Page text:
During a 15-year international career, Zanni starred for the Azzurri in four Rugby World Cups and 13 Six Nations campaigns, as well as pulling on the famous Barbarians shirt.

The flanker finished up with 119 caps for his country, a tally second only to long-time team-mate and friend Sergio Parisse.

Zanni’s career was characterised by outstanding dedication and tenacity, attributes he will now look to pass on in his new role as a fitness coach at Benetton Treviso, the club he has been with since 2009.


Born in Udine in the north-east of Italy, Zanni’s rugby adventure began with his hometown club.

He quickly rose through the ranks before joining Calvisano aged 20, a move that paved the way to his Italy debut, a 48-0 victory over Tonga in November 2005.  

“It was amazing to be selected,” he recalls. “I didn’t expect it, because at the time there were a lot of strong players in front of me who had more experience.”

“I didn’t sleep the night before,” he adds. “It was incredible, because I played with players I watched on television one year before”.


Zanni soon became a mainstay in the Italy squad, though, earning a call-up for the 2006 Six Nations before travelling to his first Rugby World Cup the following year.

But his first experience of international rugby’s biggest tournament brought mixed emotions, as the pride at making his Rugby World Cup debut against New Zealand was followed by the heartbreak of a hamstring injury.

“It was difficult to have to finish the competition and come back to Italy,” Zanni says.

“It was also difficult to see the team lose against Scotland [18-16 in the final pool match]. We lost by one kick and it was tough, because we trained hard all summer and came very close to our objective. But the hardest thing was that I couldn’t help my team-mates.”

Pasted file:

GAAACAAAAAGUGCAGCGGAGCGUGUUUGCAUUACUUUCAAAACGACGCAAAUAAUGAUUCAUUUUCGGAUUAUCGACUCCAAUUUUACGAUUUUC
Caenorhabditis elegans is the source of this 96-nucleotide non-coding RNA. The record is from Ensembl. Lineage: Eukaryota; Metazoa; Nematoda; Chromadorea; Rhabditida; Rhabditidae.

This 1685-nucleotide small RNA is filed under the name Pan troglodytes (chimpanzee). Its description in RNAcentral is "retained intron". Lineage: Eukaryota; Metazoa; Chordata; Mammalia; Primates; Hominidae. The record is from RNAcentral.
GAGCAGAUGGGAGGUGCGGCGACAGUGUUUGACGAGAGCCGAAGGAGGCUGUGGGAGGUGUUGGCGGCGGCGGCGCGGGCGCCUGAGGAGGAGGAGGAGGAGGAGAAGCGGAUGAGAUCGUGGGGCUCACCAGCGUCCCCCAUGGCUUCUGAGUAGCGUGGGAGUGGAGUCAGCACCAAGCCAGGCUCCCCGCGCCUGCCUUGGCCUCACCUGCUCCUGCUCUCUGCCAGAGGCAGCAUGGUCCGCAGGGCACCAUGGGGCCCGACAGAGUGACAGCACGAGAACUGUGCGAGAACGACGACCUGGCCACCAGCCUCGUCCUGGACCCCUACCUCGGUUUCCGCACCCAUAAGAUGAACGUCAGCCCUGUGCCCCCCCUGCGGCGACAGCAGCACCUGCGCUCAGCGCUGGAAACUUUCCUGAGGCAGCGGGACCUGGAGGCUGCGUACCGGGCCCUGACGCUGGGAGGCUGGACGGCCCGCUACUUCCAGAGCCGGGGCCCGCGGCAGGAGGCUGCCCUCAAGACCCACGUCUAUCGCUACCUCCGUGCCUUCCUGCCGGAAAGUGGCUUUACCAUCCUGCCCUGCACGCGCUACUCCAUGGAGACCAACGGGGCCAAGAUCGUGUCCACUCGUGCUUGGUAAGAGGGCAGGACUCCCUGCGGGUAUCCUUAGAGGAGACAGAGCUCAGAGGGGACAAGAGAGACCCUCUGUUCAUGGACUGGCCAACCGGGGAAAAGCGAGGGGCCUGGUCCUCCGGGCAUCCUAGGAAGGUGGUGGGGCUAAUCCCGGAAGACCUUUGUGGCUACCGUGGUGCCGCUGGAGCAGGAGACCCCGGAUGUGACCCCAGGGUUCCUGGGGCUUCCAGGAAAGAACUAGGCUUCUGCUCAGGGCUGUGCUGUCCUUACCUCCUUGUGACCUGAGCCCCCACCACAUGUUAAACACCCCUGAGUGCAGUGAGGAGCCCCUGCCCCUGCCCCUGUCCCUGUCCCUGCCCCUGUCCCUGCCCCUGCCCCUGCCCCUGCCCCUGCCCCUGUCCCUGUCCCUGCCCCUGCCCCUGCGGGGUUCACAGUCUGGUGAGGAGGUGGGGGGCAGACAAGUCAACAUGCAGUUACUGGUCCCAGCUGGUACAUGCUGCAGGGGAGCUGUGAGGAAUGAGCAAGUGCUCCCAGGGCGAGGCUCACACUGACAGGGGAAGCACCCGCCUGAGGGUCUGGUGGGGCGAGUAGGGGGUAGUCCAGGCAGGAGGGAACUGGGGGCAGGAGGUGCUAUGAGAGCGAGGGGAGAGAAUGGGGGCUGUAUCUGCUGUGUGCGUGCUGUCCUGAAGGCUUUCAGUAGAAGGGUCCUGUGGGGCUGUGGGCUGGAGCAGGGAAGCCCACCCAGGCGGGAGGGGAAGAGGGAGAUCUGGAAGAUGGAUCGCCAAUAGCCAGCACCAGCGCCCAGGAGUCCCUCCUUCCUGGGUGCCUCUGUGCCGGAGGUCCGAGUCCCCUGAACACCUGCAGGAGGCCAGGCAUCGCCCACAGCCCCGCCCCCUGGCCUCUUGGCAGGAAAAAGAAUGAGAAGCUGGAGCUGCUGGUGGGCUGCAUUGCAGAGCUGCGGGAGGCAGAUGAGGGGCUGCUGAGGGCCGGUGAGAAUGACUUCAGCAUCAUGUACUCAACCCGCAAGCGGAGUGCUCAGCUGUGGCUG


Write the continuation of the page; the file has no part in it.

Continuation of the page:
Better times would come. Zanni highlights Italy’s historic 22-21 win over France in 2011, their first ever Six Nations victory over Les Bleus, as a particularly fond career memory.

“It was unexpected that we won, it was incredible,” he says. “I remember that in the old stadium, the Flaminio, everyone was crying.”

Two years later the forward hit his peak, earning a Six Nations player of the tournament nomination after inspiring the Azzurri to wins over France and Ireland, before being called up for the Barbarians’ clash with England at Twickenham.

“The Barbarians selected the players who had played at their best in the season, and I think it was maybe the best year for me,” he says.

“I was selected in the MVP for the Six Nations, I did well with Treviso and had no injuries.”


The flanker featured in three more Rugby World Cups after 2007, joining an exclusive group of players to have starred in four tournaments.

But injury problems plagued the latter stages of his career, to the extent that his mere involvement in Japan last year was a remarkable achievement.

Zanni ruptured his anterior cruciate ligament three times, twice in the left knee and once in the right, but reinvented himself as a second row before working his way back to the top.

“After the second injury on my left knee, I had some doubts about continuing my career,” he says. “I didn’t know at the time if I could come back and play at a high level.

“At the time I was 33 years old and I was a player with experience,” he continues. “I understood how to change my game and how to manage myself to play in that role.”


Zanni admits that he never imagined when starting out that he would go on to enjoy such a glittering playing career.  

It took him 15 years to accumulate 119 caps, but the significance of each one has never been lost on the 36-year-old.

“It’s the dream of every young player to grow up and wear the Italian jersey,” he says.

“I was able to realise that dream. From the first match to the 100th, when you’re defending the jersey of your nation, they’re all a source of pride, but also a responsibility. The emotions are high in every moment.”

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